probability of a squirrel glider crossing the freeway using crossing structures was similar to
that at vegetated medians which have been present since the freeway was upgraded. All
mitigation measures improved crossing by squirrel gliders relative to unmitigated sites, which
remained a barrier to movement.
Despite the increase in freeway crossing, no mitigation strategy restored movement to
the levels observed at control sites. This suggests that the gap in tree cover is not the only
factor influencing road crossing by squirrel gliders. Squirrel gliders at control sites readily
crossed low traffic volume roads with very little nocturnal traffic, while freeway sites have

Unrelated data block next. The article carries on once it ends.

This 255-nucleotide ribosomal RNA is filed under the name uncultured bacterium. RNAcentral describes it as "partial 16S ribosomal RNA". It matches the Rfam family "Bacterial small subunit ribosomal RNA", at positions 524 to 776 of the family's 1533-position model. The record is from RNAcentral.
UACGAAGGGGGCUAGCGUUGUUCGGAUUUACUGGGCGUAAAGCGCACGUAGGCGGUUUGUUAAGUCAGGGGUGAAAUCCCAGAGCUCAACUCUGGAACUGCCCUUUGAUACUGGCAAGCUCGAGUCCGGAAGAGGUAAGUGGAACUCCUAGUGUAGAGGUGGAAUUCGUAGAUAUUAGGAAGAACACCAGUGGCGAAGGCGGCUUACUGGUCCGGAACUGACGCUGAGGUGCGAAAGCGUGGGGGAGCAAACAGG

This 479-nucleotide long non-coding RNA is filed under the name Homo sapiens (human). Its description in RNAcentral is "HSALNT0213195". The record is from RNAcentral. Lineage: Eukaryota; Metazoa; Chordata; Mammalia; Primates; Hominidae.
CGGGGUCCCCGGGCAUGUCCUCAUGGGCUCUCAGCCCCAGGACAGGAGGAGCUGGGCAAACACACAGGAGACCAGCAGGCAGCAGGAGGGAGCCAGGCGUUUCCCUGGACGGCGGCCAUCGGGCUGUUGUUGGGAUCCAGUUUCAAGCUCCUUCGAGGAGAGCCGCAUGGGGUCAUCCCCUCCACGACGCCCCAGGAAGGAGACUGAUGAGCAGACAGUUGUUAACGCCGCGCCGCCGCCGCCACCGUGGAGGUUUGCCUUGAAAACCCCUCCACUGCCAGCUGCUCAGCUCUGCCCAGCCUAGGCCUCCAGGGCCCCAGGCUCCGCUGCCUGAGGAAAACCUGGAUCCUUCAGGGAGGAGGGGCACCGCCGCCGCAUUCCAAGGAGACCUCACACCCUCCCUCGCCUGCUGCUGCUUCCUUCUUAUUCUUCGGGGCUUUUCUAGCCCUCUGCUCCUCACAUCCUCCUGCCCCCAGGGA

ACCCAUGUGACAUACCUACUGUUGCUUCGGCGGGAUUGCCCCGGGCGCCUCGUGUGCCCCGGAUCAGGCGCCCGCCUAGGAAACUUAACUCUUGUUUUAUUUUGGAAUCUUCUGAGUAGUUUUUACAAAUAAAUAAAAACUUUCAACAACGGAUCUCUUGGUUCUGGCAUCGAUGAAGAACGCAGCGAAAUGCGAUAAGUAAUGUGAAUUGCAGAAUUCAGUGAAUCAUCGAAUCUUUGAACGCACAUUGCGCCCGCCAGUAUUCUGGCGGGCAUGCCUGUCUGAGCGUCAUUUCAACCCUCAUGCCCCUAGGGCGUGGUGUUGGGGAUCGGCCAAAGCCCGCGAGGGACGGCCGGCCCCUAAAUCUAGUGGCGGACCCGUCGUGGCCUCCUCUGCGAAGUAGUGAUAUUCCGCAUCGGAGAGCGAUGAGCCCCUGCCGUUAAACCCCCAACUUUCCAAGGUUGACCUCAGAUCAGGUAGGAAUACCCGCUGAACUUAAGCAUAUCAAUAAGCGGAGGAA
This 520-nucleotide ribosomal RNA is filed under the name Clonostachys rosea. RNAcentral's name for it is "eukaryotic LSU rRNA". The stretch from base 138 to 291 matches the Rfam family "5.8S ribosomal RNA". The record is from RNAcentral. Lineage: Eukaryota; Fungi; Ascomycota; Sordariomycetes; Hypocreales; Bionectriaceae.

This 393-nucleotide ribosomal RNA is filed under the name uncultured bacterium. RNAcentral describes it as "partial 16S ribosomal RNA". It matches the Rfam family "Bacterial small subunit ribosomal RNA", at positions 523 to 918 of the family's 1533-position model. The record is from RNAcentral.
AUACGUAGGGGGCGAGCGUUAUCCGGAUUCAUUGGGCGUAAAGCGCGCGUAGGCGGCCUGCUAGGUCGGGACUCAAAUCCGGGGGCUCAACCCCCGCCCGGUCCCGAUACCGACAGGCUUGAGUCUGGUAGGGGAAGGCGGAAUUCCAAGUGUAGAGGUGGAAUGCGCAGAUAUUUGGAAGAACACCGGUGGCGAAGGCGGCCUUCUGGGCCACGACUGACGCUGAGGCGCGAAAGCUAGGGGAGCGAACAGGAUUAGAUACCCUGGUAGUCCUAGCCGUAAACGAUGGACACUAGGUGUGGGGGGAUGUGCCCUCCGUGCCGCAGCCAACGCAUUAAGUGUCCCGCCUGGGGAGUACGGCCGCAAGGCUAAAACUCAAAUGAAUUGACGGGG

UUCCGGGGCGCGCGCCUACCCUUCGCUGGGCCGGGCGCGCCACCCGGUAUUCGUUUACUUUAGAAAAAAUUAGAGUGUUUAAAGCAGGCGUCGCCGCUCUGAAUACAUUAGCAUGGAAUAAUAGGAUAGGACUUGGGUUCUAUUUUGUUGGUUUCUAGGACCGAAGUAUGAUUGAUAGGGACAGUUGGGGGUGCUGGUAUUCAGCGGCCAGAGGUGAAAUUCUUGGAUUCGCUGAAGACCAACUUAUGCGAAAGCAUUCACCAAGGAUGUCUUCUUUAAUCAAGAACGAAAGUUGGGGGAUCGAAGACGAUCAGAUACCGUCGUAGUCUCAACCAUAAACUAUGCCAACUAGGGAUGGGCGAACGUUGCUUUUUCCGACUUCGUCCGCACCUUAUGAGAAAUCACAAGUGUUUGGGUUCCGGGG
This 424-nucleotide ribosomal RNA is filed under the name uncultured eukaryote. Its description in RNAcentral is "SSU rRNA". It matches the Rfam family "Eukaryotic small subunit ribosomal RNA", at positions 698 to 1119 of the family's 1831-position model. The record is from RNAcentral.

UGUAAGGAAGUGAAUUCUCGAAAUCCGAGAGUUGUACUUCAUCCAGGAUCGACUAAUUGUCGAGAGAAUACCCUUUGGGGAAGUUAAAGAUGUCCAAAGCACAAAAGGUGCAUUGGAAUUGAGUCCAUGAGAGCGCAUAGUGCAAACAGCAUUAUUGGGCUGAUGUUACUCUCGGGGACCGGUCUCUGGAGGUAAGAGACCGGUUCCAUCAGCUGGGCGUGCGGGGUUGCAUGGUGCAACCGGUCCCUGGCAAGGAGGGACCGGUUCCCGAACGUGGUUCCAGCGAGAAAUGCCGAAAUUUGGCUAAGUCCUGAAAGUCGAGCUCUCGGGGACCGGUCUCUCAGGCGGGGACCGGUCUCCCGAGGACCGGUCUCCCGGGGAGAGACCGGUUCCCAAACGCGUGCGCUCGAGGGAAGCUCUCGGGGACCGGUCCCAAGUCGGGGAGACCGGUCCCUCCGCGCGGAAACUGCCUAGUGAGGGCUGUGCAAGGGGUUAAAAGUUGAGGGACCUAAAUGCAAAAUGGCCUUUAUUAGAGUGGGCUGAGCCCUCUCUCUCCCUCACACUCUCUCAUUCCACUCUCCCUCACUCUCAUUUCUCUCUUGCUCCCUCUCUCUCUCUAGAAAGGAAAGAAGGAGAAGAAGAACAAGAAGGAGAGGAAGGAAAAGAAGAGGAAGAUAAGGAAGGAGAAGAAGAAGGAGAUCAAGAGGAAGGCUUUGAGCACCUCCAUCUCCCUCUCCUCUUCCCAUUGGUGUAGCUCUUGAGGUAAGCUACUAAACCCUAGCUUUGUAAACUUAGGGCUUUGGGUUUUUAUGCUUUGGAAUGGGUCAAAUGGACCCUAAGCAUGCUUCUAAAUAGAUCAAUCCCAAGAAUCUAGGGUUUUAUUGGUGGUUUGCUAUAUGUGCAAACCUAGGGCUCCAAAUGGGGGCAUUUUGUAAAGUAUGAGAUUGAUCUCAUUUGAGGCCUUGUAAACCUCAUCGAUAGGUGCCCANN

approximately 2500 vehicles per night, which may create enough noise and light disturbance
to reduce crossing. Noise and traffic volume were found to reduce the use of crossing
structures by other species (Clevenger et al. 2001; Olsson et al. 2008) and it may be that
crossing structures cannot completely mitigate road impacts where the target species is
vulnerable to traffic disturbance.
While movement across the freeway was not fully restored, if mitigation increases
gene flow and reduces roadkill then it is likely to improve the viability of roadside
populations. Previous mark-recapture research found that the survival rate of squirrel glider
populations living adjacent to the Hume Freeway is 60% lower than at control sites,
suggesting that any reduction in roadkill as a result of mitigation would be beneficial (McCall
et al. 2010). Furthermore, a population viability analysis completed for the greater glider
(Petauroides volans) found that even low dispersal rates would prevent the extinction of sub-